QQ plot for Generalized linear model in R

I want to draw a QQ plot for Negative Binomial distribution to see if the Generalized linear model fit well or not. But since there is no normality assumption exist in my model, normal QQ plot will not be suitable in this case. What kind of plot should I do? And how can I do it in R?

I can not simply use qqplot(negative binomial, data). I am writing a function including this plot, and the data for observations and variables are the things I will put in after I write down the function, and they are not fixed values. So I do not have a fixed form for the negative binomial part. However, what I want to know is the fit of the model, so I need to create something else to check that.

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As I understand it the theory of generalized linear models says that asymptotically (i.e. as the number of counts per sample gets large) the Pearson (scaled) residuals of a GLM should be normally distributed; however, this is often only very approximately true for a data set where the mean is fairly small. This is also different from testing the marginal distribution of the data, which won't be negative binomial even if the distribution conditional on predictors is NB ... – Ben Bolker Apr 24 '12 at 12:54
see e.g. Ben and Yohai 2004 J Comp Graphical Stats jstor.org/stable/1391143 . I don't know if this has been implemented anywhere ... – Ben Bolker Apr 24 '12 at 14:10
a little more poking around finds it in S-PLUS 6.0's "Robust Stats" package. Oh well, time for someone to re-implement it from the paper. In the meantime, the standard practice is to use the Q-Q plot on the (Pearson or deviance) residuals and hope for the best ... – Ben Bolker Apr 24 '12 at 14:30
Just because it works for a linear model doesn't mean it has any application to the general linear model. What would you even do if your analysis found egregious departures from the negative binomial assumptions? – AdamO Apr 25 '12 at 15:25

migrated from stackoverflow.comApr 25 '12 at 11:37

?qqplot . The function accepts two inputs, one of which is your reference distribution and the other of which is your test distribution. You may be confusing it with qqnorm which is a "quickie" version of qqplot that automatically uses a normal distribution for the reference dataset.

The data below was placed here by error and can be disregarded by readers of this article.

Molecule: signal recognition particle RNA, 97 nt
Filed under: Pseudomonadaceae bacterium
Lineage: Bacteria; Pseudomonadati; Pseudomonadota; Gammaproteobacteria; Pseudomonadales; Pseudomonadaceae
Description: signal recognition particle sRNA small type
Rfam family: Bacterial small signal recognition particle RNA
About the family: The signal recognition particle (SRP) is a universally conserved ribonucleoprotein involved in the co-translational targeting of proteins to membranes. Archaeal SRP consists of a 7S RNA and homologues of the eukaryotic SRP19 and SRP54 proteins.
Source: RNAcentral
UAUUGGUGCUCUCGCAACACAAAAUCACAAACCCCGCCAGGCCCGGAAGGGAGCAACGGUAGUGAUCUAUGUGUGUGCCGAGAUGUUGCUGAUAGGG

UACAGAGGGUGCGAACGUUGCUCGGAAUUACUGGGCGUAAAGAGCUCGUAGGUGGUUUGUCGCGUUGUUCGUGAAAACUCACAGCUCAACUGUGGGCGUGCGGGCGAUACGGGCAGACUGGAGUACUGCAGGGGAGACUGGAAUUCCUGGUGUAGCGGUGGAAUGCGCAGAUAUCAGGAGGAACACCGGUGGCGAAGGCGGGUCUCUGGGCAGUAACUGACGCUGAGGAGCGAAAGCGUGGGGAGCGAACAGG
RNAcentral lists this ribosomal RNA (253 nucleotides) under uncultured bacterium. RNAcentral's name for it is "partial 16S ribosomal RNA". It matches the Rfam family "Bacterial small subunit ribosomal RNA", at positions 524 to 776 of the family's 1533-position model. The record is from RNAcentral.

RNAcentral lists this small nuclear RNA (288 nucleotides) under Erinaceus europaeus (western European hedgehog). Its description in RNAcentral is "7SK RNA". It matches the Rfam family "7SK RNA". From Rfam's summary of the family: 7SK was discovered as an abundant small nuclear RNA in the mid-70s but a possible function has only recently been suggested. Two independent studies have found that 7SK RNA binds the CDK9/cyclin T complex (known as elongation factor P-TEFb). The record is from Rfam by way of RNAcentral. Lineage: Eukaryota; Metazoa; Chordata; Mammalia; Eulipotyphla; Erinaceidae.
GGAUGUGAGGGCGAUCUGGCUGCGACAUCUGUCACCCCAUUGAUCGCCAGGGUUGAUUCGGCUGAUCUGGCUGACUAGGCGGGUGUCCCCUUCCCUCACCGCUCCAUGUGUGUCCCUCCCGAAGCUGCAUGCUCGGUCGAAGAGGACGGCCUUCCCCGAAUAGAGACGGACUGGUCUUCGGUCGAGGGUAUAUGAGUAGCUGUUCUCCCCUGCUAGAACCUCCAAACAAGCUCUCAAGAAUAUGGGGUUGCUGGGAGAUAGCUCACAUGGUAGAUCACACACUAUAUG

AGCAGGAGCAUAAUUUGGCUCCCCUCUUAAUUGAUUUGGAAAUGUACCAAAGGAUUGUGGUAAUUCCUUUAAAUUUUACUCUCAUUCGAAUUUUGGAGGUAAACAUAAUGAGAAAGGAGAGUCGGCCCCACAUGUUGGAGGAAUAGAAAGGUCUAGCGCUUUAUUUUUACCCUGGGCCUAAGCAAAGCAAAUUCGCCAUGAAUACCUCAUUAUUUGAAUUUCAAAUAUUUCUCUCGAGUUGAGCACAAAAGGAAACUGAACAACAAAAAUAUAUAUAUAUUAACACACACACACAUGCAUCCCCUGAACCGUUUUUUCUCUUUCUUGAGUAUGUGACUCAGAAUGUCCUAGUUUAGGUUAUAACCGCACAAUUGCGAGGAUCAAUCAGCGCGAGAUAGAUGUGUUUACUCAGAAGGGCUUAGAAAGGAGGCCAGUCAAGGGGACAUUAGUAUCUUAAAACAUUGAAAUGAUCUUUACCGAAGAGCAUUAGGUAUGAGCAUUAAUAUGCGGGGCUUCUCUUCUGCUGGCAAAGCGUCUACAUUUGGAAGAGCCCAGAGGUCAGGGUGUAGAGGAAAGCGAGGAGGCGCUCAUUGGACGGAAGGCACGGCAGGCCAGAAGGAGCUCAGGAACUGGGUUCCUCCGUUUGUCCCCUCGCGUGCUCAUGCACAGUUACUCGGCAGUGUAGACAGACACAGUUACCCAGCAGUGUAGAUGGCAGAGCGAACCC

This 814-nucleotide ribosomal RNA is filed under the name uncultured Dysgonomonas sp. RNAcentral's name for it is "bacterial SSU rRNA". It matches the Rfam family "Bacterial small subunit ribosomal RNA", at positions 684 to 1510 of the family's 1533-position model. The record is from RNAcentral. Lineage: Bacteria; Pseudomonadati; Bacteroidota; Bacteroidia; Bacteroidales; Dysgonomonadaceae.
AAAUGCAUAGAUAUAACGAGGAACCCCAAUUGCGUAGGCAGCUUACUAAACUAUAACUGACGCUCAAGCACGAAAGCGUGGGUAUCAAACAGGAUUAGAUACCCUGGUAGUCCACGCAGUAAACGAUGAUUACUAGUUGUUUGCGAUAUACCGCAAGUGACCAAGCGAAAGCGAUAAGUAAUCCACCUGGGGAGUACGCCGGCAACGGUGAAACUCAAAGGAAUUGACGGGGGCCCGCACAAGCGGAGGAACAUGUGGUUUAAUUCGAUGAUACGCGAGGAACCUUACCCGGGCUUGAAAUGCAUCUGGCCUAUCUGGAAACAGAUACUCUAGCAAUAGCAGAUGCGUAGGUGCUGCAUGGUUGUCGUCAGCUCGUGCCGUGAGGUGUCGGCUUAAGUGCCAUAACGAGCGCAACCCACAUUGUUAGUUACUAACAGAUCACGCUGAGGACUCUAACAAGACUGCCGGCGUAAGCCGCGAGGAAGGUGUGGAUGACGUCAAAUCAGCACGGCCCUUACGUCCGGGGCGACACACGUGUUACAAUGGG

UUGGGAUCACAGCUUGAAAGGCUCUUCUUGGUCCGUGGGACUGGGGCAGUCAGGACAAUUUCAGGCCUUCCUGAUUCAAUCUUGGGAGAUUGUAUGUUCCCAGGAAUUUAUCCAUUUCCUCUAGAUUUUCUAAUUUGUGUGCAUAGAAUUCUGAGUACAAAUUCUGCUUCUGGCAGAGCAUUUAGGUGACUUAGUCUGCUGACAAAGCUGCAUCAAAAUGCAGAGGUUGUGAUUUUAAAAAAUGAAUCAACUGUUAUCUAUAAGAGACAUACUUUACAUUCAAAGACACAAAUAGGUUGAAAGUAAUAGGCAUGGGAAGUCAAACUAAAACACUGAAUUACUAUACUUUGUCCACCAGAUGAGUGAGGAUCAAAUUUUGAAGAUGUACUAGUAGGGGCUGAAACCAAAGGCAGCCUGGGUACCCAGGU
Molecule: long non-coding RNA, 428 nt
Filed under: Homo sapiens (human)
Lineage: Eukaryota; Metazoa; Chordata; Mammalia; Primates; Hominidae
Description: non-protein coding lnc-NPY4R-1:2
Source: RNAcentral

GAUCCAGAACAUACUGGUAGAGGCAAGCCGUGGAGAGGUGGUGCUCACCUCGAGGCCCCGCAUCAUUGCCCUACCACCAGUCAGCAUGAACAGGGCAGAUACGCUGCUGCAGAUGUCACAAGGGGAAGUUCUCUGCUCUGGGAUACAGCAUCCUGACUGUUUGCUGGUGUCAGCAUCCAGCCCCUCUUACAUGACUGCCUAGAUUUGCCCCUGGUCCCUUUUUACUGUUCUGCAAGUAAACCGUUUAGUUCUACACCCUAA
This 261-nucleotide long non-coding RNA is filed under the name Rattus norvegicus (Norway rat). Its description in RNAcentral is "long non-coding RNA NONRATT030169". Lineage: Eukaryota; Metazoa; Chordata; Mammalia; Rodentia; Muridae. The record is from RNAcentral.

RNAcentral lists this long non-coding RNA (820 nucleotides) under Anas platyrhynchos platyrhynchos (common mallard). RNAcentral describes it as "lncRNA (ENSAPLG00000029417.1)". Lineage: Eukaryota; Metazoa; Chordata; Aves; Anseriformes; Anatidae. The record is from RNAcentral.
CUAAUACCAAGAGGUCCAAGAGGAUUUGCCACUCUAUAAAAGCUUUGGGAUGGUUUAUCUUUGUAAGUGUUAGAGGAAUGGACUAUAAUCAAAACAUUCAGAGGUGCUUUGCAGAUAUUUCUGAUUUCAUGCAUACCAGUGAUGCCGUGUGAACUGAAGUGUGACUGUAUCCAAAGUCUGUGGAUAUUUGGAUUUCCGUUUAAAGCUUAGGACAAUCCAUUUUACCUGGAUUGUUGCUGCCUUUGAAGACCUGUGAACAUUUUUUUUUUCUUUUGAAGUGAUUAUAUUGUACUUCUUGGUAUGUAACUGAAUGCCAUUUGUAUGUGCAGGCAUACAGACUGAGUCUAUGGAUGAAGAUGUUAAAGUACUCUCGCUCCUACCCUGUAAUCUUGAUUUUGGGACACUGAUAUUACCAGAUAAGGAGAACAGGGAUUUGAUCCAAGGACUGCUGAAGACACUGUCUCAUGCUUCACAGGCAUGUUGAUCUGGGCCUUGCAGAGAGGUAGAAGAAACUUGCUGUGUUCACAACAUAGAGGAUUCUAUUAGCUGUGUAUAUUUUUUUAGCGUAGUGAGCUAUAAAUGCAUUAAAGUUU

I think you mean qqplot, qqnorm ... – Ben Bolker Apr 24 '12 at 13:42 @BenBolker thanks -- every now and then I arise from the depths of Unix and have to watch my Caps key. – Carl Witthoft Apr 24 '12 at 14:42 I think this may be misleading, because you don't want to compare either the marginal distribution of your data or the residuals from your model fit to a negative binomial distribution ... the only circumstances where you would want to compare to a NB would be if you (1) have a single homogeneous data set [unlikely if you are fitting GLMs] or (2) all your predictors are categorical (so you can divide your data set and test the negative binomiality of each sub-category independently). – Ben Bolker Apr 24 '12 at 15:28 I can not simply use qqplot(negative binomial, data). I am writing a function including this plot, and the data for observations and variables are the things I will put in after I write down the function, and they are not fixed values. So I do not have a fixed form for the negative binomial part. However, what I want to know is the fit of the model, so I need to create something else to check that. – zca0 Apr 24 '12 at 17:10 Finally I used QQ plot for cdf of Negative binomial distribution against uniform distribution and got a reasonable analysis because QQ plot for pdf of Negative binomial distribution against anything does not make any sense to get conclusions for the model. – zca0 Jul 2 '12 at 11:10